• Dysfunctional family and relatives / next of kin
  • Fear of telling family
  • Worry about family resisting desires of various plans
  • Finding guardians who share faith and values
  • Desiring guardians who may not be family
  • The awkwardness of approaching potential guardians
  • Compassion and concern for the feelings of potential guardians
  • Skepticism that a potential guardian would be able to take on that role

Creating a Guardian Plan is Kinda Scary

There are a lot of reasons that can hold you up in creating a guardian plan or will.  Of course there are the common concerns cited by the author and her friends above.  In addition to these, there’s easily dozens more reasons why you’d delay (until it’s too late) creating one of these plans.   Waiting is not a good plan, but neither is doing it half-heartedly.  If you’re going to create a plan create it right.

Creating a guardian plan takes courage.  Courage to realize that at some point everyone passes.  And for many, even more courage to be able to lay things out for your family in ways they may not agree with.  A good guardian plan or will is your way to say, for my family (and assets), these are my wishes.

See the video below to preview what a good guardian plan, estate plan, or will looks like.


There’s a difference between a do it yourself plan (DIY) and working with a dedicated professional. 


 

Lilac City Law Works with Families to Develop 

Estate Plans, Incapacity Plans, Wills, and Kids Protection Plans 

 

The article referenced and the stories cited in this blog post were written by Sarah Tucker, and published on mom.me on Oct 19, 2016

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Create a Plan to Protect Your Children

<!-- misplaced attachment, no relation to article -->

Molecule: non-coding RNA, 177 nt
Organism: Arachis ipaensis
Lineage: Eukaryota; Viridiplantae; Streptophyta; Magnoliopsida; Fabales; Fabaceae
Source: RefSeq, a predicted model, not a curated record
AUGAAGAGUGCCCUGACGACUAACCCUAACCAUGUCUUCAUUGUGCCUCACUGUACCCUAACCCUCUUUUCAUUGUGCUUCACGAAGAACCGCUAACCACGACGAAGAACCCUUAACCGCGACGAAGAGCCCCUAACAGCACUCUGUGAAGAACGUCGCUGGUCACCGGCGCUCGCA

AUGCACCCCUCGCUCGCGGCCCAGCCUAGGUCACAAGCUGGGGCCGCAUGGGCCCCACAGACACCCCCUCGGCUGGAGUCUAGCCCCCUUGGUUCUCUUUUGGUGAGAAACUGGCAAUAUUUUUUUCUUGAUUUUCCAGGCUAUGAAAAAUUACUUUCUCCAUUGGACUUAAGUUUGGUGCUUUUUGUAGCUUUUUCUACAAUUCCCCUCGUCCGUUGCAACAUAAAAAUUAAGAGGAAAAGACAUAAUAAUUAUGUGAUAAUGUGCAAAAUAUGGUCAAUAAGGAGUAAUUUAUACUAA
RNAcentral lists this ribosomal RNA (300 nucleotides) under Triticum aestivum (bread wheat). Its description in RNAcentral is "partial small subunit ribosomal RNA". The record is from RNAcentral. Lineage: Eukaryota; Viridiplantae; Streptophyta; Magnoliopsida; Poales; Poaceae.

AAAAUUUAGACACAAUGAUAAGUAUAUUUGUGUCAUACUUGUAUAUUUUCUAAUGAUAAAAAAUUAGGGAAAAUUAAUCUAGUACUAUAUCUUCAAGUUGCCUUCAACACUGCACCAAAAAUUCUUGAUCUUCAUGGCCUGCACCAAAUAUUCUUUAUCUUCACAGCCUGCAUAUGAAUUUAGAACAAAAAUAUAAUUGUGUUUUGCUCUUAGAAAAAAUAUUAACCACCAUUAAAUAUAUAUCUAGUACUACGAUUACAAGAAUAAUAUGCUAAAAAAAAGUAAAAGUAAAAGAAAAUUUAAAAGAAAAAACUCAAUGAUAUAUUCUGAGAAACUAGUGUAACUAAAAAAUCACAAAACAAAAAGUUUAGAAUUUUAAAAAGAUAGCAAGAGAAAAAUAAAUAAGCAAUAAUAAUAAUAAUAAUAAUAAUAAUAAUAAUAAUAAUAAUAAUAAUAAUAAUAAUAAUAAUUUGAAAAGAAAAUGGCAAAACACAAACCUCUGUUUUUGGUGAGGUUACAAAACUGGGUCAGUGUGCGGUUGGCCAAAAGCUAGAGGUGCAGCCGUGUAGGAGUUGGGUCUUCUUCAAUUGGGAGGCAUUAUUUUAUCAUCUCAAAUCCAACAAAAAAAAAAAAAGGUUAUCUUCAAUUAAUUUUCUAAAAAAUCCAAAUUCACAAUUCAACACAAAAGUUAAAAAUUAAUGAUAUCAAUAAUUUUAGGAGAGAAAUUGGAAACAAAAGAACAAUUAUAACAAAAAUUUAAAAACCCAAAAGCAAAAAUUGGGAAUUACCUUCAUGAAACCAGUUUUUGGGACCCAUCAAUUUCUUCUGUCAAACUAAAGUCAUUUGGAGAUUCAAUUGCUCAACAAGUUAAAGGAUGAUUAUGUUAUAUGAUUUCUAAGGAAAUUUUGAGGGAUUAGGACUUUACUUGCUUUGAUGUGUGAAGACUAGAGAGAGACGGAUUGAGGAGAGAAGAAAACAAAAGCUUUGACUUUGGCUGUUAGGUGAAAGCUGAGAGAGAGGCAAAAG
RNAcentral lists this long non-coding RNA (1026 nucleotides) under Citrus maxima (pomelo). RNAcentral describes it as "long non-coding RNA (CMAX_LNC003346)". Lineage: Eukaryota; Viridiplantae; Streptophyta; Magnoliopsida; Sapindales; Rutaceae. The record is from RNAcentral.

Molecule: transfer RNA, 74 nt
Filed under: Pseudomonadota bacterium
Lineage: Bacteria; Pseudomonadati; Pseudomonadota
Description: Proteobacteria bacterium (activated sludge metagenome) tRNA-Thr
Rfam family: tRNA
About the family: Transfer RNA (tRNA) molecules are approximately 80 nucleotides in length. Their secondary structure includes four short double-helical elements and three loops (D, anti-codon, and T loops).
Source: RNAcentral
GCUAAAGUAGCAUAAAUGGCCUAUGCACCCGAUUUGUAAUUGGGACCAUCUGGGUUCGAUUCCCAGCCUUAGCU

Family is important to Lilac City Law.  We have dedicated a big part of our business to supporting families in all phases of life. From Kids Protection Plans to disability and long term support advocacy.  The one thing we know that always makes things easier, is the value of creating a plan.  

Remember When..

Think about it like this.  You are a parent, when you had your first child you went through a process.  You discovered you were pregnant and probably saw a doctor.  Then you started to get information about your child’s development.  After a couple months you realized there was going to be a whole process you needed to have a plan figured out for the actual child birth event.

Building a Plan

Were you going to give birth to your child at home, in a tub, or in a hospital?  Did you want a midwife, doctor, or someone else to deliver your child?  Did you plan to go to parenting and birth classes?  You probably spent a great deal of time thinking about all these things and more!  And this was for the birth of your child.  No doubt you had a small bit of anxiety about what happened next..

Childcare, work-life balance, school, doctors appointments, sports, sick kids, changing, immunizations.  All decisions that were going to be made and that you were going to be responsible for.  But what if you weren’t.  What if you couldn’t make those decisions because of a worst case scenario?  Who would?  How would you make sure your vision and your wishes were implemented for family?

This is where and why Estate Planning, Incapacity Planning, & Kids Protection Planning exists.  And this is also why we do what we do at Lilac City Law.

Without a Plan

In the worst case of the worst case.  A death or incapacity, a plan does sort of already exist.  However, that plan has been put in place by the state.  A judge who doesn’t know you or your wishes will be forced to make decisions for your children..without your input.